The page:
At a Glance
- Worldwide, tropical cyclones take an average of 10,000 lives each year.
- Visidyne, Inc. is using the vantage point of the ISS National Lab to conduct research aimed at producing higher-accuracy measurements and predictions of tropical cyclones.
- Such information could lower the worldwide death toll by up to 50% and reduce property damage from these storms by up to $10 billion per year.
- Data from the Visidyne project may also help scientists better understand Earth’s changing climate.
With an average loss of life due to tropical cyclones totaling more than 10,000 people each year, these storms are one of the most devastating natural phenomena in the world. Tropical cyclones, known in different parts of the world as hurricanes or typhoons, happen every year across most of the world’s major oceans, and Atlantic hurricane season begins today.
Just looking at last year’s Atlantic hurricane season alone, which hit the Caribbean and U.S. coast so fiercely, it’s clear that these often massive storms pose an immediate threat in destructive force and danger to human life. Understanding and predicting tropical cyclones with greater accuracy could reduce the worldwide death toll from these storms by 50% or more. Additionally, damage to property, which averages close to $30 billion per year (and is much higher in some years), could be reduced by 30% or more.
Paul Joss, professor emeritus at the Massachusetts Institute of Technology (MIT), along with colleague A.T. Stair, former chief scientist of the Air Force Geophysics Laboratory, are leading a research project by Visidyne, Inc. to collect data on tropical cyclones from the vantage point of the International Space Station (ISS) National Lab, with the goal of providing higher-accuracy storm measurements and predictions.
The ongoing ISS National Lab project, called Cyclone Intensity Measurements from the ISS (CyMISS), began in 2013 and is featured in the latest issue of Upward. In 2016, Visidyne spun off a new company, Trans World Analytics, Inc. (TWAI), that aims to take this project from the experimental phase to worldwide operational status.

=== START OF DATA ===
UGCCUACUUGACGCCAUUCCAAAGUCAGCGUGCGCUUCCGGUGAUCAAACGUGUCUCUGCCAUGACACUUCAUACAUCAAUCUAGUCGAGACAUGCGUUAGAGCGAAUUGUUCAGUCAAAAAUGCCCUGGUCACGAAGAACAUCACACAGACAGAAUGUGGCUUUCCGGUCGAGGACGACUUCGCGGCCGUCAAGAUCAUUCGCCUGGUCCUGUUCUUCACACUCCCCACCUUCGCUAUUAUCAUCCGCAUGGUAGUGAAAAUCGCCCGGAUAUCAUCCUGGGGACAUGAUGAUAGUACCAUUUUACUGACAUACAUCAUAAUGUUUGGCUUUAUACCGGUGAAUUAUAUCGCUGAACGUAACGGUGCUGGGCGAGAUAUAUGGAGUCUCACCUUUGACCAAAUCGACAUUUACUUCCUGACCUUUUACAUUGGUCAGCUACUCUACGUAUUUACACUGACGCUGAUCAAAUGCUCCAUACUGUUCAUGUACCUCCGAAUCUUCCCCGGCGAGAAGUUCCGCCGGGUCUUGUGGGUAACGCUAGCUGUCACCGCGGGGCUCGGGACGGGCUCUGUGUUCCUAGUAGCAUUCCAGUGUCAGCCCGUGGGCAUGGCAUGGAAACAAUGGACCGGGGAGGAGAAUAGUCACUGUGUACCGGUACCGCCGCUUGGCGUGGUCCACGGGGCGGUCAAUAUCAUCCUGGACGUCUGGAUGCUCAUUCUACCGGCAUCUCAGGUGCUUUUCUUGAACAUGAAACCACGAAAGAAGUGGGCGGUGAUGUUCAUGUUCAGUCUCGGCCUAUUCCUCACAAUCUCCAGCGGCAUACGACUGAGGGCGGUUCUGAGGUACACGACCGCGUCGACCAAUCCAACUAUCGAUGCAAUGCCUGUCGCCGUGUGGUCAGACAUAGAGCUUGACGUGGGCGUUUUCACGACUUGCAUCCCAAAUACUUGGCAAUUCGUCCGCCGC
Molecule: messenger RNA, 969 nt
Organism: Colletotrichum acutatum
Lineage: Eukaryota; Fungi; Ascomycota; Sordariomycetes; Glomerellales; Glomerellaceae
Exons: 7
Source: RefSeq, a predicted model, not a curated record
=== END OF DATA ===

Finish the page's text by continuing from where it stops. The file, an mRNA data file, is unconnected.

Measuring Tropical Cyclone Intensity
Since 1945, hurricane hunter aircraft have been flown into tropical cyclones to measure internal atmospheric properties that are helpful in predicting the storm’s behavior. The problem with this method is that the U.S. is the only nation that has the resources to fly hurricane hunters, so only the U.S. and neighboring countries, such as Mexico and the nations of the Caribbean, benefit from these efforts. In addition, hurricane hunters are rarely deployed into a hurricane more than once every six hours, leaving large gaps in the information about these storms.
There are two pieces of information required, Joss explained, to accurately measure the intensity of a tropical cyclone without actually entering the storm: the altitudes and temperatures of the tops of the clouds above the storm’s eyewall, which surrounds the clear eye of the storm and contains the storm’s fiercest winds and most torrential rainfall. Observing a tropical cyclone from low Earth orbit allows the Visidyne team to make precision measurements of these cloud-top properties.
A New Method From Low Earth Orbit
Visidyne uses a high-definition Nikon camera onboard the ISS, set up by crew members to operate automatically, to capture 100 images of a tropical cyclone over the course of 100 seconds as the space station flies over.
From the changing perspective of the storm’s cloud tops in the camera images and the accurately known orbital path of the ISS, the team is able to deduce the height of the storm’s cloud tops with very high accuracy. Combined with measurements of the clouds’ temperatures, the team can determine the storm’s intensity to an accuracy comparable to that achieved with data from hurricane hunters.
“A storm’s intensity affects what its future track will be,” Joss said, “so our intensity measurements will be doubly important.”
Beyond path and intensity predictions, Joss explained that heat transport processes involved in tropical cyclones play a crucial role in determining the Earth’s climate. Tropical cyclones contain enormous amounts of atmospheric heat and are a major part of the thermal transfer system the Earth uses to carry heat away from the tropics to higher latitudes. From the Earth’s poles, the thermal energy is radiated away into space. Thus, a better understanding of the behavior of tropical cyclones—even over open ocean waters far from any human populations—is crucial to developing a better understanding of global climate change.
“We’ll build up a database on the behavior of tropical cyclones worldwide,” said Joss, “enabling climatologists to better understand the role these storms play in the transport of heat from the tropics toward the poles.”
Additionally, to build on their current work on the ISS, Joss and Stair envision the development of a small constellation of microsatellites that would constantly monitor major tropical cyclones all over the world. Such a constellation could be used to accurately measure storm intensity and destructive power every 1.5 hours. This information could lead to higher-accuracy predictions of the strength and ground tracks of tropical cyclones—vital information for those affected by such devastating storms.